How Does Fight or Flight Relate to Sleep?

What does “fight or flight” have to do with sleepiness? Well, everything. The link is that when the sleeping brain is continually INTERRUPTED, it causes a “stress response” just like the fight or flight response in the body. When this happens (and it can happen up to six times a minute), the brain acts like it is under attack. This sets in motion a series of changes in metabolism including a rise in blood pressure, blood sugar, heart rate, breathing rate and the production of stress hormones such as cortisol.

When these metabolic changes happen during wakefulness (like if someone suddenly attacked you) you would use the increase in blood pressure, blood sugar, and stress hormones to improve muscle performance so you could fight or run. Since during sleep there is no use for these performance-enhancing metabolic changes, your heart and blood vessels absorb the “punch” from the high blood pressure and your body’s insulin system kicks into gear to lower your blood sugar by moving these sugars into fat cells. As this happens night after night, month after month, your insulin system is regularly active during sleep and your body becomes less capable of lowering the blood sugar. The result: type II diabetes develops. Or at best, if your insulin system continues to work well, you gain weight while you sleep as the fat storage system absorbs the “sugar punch” it is continually fed.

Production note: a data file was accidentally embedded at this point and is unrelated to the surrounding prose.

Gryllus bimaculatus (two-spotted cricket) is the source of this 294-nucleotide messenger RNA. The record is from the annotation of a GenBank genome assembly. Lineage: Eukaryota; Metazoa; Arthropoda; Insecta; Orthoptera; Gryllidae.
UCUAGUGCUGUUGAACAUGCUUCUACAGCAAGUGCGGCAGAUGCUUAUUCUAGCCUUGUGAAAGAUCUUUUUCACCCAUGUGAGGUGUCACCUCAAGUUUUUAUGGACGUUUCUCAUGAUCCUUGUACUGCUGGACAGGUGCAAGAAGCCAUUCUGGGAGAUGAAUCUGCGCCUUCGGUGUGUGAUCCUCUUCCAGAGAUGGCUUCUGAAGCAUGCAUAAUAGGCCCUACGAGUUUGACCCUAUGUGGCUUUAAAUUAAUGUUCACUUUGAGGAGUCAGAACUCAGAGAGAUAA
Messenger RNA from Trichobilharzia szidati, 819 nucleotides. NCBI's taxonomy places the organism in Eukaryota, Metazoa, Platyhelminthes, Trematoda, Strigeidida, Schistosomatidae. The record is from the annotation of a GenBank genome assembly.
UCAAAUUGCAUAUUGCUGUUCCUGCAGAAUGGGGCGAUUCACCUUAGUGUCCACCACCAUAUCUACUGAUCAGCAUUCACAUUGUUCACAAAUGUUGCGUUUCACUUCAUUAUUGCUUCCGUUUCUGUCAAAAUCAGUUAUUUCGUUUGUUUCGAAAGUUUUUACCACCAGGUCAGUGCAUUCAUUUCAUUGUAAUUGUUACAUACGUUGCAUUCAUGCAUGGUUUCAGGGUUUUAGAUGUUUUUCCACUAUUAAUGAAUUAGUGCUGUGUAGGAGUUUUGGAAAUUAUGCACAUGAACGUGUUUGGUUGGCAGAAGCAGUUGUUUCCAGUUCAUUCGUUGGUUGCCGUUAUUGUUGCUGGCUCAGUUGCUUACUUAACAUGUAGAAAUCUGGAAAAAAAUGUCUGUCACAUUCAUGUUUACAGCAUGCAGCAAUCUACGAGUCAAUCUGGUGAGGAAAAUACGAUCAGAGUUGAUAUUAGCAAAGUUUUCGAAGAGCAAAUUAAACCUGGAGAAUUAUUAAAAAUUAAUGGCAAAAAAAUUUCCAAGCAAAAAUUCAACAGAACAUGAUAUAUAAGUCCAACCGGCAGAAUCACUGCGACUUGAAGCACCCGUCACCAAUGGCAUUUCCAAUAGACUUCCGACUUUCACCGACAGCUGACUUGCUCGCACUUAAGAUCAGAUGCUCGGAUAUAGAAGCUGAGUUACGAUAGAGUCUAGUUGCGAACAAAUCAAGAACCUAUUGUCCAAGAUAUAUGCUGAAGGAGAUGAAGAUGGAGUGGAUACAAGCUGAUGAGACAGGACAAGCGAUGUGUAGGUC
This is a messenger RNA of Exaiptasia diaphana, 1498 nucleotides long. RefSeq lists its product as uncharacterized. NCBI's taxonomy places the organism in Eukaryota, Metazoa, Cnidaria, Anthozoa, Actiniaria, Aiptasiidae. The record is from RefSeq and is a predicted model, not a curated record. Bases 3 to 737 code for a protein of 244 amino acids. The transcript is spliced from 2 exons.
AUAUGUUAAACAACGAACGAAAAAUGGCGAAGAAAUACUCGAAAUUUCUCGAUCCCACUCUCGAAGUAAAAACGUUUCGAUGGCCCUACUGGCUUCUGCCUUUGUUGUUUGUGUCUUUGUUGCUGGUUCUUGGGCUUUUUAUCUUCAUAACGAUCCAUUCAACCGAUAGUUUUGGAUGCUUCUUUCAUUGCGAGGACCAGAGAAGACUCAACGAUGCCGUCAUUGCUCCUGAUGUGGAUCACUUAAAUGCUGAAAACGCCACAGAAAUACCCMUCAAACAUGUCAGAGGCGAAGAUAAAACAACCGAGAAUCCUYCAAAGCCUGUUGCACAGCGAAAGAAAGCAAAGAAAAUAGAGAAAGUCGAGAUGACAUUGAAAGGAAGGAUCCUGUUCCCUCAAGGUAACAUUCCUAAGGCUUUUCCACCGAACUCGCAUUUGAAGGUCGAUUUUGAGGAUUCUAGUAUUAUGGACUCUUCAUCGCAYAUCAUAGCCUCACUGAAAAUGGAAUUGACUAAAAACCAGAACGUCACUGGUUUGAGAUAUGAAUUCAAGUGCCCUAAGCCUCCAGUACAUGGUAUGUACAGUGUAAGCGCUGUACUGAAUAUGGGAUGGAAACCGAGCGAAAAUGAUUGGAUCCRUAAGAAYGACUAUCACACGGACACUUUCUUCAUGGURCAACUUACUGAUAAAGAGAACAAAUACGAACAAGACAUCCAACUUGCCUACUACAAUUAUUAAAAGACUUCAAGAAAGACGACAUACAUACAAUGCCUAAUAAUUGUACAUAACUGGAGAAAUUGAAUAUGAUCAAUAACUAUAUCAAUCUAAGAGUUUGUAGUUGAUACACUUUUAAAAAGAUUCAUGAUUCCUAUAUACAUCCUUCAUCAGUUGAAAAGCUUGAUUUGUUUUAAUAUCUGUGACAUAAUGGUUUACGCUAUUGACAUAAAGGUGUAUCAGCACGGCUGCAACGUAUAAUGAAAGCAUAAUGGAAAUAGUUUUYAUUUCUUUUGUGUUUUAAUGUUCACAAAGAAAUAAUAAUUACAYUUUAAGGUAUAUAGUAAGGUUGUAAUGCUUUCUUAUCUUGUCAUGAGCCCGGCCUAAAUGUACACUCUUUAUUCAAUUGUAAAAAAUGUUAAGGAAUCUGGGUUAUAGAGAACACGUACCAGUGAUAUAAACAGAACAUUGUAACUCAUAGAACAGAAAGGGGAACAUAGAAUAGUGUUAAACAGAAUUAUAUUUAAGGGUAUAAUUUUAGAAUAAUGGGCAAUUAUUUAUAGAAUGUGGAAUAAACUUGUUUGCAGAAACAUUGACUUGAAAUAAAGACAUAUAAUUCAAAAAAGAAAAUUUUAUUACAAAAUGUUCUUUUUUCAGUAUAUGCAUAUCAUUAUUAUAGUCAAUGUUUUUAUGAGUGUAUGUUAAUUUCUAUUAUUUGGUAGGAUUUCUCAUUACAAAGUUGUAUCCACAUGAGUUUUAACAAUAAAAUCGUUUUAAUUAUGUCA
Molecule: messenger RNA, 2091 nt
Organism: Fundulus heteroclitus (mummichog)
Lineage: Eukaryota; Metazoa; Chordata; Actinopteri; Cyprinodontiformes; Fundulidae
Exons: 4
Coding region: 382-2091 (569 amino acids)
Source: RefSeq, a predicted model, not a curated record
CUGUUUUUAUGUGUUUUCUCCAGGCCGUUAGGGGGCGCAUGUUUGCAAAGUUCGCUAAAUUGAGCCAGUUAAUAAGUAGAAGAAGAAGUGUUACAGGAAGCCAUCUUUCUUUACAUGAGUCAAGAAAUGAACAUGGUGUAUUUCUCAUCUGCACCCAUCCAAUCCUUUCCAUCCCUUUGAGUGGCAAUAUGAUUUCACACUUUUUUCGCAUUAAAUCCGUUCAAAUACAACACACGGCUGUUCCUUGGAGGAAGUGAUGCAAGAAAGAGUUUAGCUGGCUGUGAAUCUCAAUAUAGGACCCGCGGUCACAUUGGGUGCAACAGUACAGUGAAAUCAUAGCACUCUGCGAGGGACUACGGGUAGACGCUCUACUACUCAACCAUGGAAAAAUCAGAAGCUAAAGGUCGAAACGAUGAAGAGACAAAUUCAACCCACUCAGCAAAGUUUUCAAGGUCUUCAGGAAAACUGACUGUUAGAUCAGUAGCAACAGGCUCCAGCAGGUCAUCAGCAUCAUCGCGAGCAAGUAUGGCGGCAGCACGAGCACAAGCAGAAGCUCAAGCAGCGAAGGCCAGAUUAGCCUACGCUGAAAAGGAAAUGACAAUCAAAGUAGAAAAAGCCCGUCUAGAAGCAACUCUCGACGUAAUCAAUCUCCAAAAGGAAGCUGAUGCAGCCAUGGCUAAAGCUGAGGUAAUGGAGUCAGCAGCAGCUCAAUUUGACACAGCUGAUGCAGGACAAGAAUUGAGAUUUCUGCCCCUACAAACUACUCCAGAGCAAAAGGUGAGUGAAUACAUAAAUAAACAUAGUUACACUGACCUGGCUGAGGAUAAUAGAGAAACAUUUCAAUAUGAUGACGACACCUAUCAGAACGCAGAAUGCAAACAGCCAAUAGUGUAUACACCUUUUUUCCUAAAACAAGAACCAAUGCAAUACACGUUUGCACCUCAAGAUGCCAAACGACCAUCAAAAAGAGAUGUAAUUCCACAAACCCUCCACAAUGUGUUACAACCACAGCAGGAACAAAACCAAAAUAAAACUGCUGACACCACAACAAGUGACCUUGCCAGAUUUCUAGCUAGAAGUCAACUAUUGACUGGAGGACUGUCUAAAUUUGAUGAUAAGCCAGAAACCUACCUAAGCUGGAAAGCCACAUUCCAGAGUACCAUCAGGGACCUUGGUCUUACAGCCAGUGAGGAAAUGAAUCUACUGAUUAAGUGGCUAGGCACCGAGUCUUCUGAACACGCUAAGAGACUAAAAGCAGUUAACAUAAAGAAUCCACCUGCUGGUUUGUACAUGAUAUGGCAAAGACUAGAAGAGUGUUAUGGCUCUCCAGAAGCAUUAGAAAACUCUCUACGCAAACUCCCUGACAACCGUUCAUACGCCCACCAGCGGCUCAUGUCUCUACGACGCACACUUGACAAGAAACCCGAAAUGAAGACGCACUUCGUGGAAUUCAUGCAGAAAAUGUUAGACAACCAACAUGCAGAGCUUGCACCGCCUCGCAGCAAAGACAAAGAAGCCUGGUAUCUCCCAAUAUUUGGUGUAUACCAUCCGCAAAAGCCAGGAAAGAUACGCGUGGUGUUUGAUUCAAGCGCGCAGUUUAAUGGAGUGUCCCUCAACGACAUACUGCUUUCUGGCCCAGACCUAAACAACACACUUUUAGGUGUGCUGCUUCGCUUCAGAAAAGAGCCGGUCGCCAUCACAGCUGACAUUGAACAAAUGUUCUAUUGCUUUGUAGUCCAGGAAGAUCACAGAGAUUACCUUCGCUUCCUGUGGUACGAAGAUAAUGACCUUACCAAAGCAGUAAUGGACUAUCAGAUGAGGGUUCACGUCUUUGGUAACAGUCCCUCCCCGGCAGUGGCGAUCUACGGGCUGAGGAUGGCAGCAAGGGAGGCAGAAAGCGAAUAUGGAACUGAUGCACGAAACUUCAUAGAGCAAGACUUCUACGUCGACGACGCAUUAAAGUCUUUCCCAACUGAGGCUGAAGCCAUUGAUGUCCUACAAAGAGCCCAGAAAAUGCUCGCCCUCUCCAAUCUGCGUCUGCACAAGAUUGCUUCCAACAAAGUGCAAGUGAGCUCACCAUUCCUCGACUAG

Even if a person with a sleep disorder attempts to get enough sleep, since the brain is routinely disturbed from sleep (even if not necessarily awakened), there is a serious consequence – daytime sleepiness. This fragmented sleep also causes anxiety, depressed mood, memory problems, confusion, irritability, and even erectile dysfunction. The impact on one’s quality of life and happiness can be staggering. Sleep disorders often lead to social, marriage and work-related difficulties. It is clearly established in sleep medicine that there is a direct relationship between high blood pressure, weight gain, diabetes, heart attacks, stroke and sleep disorders. The physical effects of sleep disorders which go untreated magnifies your risks for these life-altering conditions because lack of quality sleep results in ALL of these conditions, not just one of them.

This is why good sleep is a matter of your personal safety and your long-term health and survival. So, what’s it going to be for you, fight or flight? If you think you might have a sleep quality problem, talk to a sleep medicine physician about it. You wouldn’t trust your own truck to someone who just knows a little something about engines, so don’t place your fate in the hands of someone who knows a little something about sleep.

Read Original Article From DriverHealth